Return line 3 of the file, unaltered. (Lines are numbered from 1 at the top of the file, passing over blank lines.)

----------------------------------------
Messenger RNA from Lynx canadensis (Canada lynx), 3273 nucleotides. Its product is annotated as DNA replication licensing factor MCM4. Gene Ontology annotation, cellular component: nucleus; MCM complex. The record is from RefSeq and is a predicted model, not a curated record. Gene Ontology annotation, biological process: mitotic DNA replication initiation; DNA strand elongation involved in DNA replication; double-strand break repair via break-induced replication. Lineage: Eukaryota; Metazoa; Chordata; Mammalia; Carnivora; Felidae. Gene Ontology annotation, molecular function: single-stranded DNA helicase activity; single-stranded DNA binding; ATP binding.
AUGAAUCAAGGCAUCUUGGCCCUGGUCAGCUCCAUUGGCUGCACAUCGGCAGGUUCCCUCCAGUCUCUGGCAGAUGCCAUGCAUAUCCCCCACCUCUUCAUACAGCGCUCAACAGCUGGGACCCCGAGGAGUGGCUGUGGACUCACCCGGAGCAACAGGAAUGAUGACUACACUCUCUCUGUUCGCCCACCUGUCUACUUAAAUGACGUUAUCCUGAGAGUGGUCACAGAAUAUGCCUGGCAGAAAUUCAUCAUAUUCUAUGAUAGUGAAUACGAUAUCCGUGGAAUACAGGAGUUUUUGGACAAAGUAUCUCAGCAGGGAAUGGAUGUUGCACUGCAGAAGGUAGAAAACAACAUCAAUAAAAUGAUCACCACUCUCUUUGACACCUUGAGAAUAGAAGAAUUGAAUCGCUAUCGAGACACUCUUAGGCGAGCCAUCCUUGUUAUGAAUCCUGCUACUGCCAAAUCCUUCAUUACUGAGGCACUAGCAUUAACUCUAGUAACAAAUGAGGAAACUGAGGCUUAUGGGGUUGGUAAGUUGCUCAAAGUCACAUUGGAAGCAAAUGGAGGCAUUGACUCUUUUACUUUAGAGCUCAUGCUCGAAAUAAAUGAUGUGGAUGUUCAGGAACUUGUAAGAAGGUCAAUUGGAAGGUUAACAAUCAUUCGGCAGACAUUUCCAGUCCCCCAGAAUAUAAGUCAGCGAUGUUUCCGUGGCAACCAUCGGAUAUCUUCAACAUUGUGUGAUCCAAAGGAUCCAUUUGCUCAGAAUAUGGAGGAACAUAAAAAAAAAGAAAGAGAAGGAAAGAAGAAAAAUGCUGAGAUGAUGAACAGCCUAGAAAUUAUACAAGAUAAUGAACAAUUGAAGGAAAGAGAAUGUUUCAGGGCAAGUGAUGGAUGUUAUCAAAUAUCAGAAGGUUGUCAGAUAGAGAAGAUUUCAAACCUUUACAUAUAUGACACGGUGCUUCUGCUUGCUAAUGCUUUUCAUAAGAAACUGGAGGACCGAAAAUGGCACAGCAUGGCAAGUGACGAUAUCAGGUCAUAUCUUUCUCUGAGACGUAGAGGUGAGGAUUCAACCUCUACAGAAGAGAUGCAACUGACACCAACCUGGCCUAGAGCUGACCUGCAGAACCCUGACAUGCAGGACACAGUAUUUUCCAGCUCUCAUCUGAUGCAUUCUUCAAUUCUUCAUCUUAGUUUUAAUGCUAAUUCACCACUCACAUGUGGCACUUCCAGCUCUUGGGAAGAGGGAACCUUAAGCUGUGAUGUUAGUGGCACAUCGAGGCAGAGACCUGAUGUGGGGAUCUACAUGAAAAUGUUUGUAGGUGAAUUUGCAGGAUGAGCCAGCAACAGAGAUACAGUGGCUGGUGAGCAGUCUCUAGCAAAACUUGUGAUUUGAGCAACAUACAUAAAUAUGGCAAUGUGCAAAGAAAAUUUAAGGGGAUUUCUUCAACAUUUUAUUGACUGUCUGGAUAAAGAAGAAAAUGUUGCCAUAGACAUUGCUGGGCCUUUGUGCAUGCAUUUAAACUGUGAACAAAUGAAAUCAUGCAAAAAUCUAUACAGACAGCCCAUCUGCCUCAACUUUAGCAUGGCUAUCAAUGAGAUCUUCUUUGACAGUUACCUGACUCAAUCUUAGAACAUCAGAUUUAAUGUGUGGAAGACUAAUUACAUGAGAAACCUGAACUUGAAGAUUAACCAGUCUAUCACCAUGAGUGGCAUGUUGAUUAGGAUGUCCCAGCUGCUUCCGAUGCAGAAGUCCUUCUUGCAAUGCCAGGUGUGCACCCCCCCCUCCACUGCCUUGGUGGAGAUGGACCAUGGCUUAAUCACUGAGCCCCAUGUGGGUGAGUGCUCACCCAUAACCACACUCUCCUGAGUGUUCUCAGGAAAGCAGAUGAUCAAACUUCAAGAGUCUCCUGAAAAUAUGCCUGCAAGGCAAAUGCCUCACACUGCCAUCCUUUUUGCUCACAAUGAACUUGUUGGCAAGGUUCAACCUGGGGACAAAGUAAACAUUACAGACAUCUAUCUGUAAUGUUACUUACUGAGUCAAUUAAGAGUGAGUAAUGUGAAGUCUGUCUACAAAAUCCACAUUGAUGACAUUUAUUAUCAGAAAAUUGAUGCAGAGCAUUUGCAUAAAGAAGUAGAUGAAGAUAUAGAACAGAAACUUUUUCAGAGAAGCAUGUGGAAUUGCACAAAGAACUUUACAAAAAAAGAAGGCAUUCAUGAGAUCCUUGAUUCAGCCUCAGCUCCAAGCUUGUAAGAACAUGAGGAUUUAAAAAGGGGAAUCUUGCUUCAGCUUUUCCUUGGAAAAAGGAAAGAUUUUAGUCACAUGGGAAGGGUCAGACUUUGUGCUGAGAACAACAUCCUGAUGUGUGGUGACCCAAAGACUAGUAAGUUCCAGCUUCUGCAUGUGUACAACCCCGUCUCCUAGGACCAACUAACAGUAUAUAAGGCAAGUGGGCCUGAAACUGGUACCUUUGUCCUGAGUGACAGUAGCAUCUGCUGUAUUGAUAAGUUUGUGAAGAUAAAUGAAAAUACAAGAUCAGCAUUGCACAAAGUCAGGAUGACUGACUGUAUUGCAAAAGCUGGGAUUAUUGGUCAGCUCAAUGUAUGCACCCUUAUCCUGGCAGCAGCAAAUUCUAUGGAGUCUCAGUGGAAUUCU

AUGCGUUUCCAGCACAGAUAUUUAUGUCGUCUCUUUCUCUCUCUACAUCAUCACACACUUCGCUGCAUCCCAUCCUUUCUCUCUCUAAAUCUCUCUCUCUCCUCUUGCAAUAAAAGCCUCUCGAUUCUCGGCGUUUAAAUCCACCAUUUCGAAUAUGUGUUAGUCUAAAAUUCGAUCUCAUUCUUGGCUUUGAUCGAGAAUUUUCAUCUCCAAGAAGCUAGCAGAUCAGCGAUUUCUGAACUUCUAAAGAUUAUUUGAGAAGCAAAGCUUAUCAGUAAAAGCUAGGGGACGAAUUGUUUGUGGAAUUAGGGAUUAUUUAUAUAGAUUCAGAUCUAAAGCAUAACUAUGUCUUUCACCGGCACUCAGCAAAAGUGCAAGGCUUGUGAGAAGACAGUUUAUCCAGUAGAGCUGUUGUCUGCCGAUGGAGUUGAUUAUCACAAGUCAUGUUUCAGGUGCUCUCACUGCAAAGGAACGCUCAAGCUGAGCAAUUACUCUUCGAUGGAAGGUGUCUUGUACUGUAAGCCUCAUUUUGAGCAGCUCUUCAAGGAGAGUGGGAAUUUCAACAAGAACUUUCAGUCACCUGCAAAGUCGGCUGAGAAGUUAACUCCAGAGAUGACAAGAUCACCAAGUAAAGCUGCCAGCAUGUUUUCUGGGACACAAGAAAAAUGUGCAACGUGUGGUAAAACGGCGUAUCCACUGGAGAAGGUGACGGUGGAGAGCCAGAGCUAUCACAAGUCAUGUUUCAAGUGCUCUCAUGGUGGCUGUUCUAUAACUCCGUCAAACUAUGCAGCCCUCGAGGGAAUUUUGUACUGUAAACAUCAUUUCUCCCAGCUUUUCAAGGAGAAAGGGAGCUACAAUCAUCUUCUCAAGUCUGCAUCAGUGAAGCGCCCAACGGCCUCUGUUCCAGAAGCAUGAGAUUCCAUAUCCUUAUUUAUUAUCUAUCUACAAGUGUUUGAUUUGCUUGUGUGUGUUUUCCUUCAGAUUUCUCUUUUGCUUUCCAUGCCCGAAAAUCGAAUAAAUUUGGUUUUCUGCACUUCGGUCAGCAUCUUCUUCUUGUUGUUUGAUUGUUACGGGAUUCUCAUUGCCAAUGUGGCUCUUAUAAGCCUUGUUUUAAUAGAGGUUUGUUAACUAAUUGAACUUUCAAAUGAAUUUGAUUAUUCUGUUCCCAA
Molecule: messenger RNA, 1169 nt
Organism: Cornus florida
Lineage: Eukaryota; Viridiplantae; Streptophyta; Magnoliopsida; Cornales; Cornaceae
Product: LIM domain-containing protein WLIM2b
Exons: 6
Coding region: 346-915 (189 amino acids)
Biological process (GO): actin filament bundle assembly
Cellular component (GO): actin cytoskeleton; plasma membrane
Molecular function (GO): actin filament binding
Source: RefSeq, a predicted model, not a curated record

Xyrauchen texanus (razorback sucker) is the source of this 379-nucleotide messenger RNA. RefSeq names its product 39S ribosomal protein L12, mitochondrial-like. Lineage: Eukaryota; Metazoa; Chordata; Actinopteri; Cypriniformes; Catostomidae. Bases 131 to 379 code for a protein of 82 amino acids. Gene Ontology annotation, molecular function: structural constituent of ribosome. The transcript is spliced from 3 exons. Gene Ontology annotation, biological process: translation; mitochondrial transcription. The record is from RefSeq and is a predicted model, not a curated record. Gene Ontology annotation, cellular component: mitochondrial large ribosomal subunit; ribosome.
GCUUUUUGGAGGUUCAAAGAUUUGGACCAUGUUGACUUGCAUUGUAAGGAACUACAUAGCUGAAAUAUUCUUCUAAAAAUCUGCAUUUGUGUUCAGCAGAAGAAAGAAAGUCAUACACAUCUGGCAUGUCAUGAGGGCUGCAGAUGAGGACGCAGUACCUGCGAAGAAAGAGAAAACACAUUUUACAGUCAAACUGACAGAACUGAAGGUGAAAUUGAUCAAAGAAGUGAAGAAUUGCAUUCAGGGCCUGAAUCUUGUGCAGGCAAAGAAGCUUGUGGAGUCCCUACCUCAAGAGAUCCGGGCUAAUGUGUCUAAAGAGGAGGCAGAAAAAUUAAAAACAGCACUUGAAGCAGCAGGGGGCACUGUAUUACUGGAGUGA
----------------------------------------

AUGCGUUUCCAGCACAGAUAUUUAUGUCGUCUCUUUCUCUCUCUACAUCAUCACACACUUCGCUGCAUCCCAUCCUUUCUCUCUCUAAAUCUCUCUCUCUCCUCUUGCAAUAAAAGCCUCUCGAUUCUCGGCGUUUAAAUCCACCAUUUCGAAUAUGUGUUAGUCUAAAAUUCGAUCUCAUUCUUGGCUUUGAUCGAGAAUUUUCAUCUCCAAGAAGCUAGCAGAUCAGCGAUUUCUGAACUUCUAAAGAUUAUUUGAGAAGCAAAGCUUAUCAGUAAAAGCUAGGGGACGAAUUGUUUGUGGAAUUAGGGAUUAUUUAUAUAGAUUCAGAUCUAAAGCAUAACUAUGUCUUUCACCGGCACUCAGCAAAAGUGCAAGGCUUGUGAGAAGACAGUUUAUCCAGUAGAGCUGUUGUCUGCCGAUGGAGUUGAUUAUCACAAGUCAUGUUUCAGGUGCUCUCACUGCAAAGGAACGCUCAAGCUGAGCAAUUACUCUUCGAUGGAAGGUGUCUUGUACUGUAAGCCUCAUUUUGAGCAGCUCUUCAAGGAGAGUGGGAAUUUCAACAAGAACUUUCAGUCACCUGCAAAGUCGGCUGAGAAGUUAACUCCAGAGAUGACAAGAUCACCAAGUAAAGCUGCCAGCAUGUUUUCUGGGACACAAGAAAAAUGUGCAACGUGUGGUAAAACGGCGUAUCCACUGGAGAAGGUGACGGUGGAGAGCCAGAGCUAUCACAAGUCAUGUUUCAAGUGCUCUCAUGGUGGCUGUUCUAUAACUCCGUCAAACUAUGCAGCCCUCGAGGGAAUUUUGUACUGUAAACAUCAUUUCUCCCAGCUUUUCAAGGAGAAAGGGAGCUACAAUCAUCUUCUCAAGUCUGCAUCAGUGAAGCGCCCAACGGCCUCUGUUCCAGAAGCAUGAGAUUCCAUAUCCUUAUUUAUUAUCUAUCUACAAGUGUUUGAUUUGCUUGUGUGUGUUUUCCUUCAGAUUUCUCUUUUGCUUUCCAUGCCCGAAAAUCGAAUAAAUUUGGUUUUCUGCACUUCGGUCAGCAUCUUCUUCUUGUUGUUUGAUUGUUACGGGAUUCUCAUUGCCAAUGUGGCUCUUAUAAGCCUUGUUUUAAUAGAGGUUUGUUAACUAAUUGAACUUUCAAAUGAAUUUGAUUAUUCUGUUCCCAA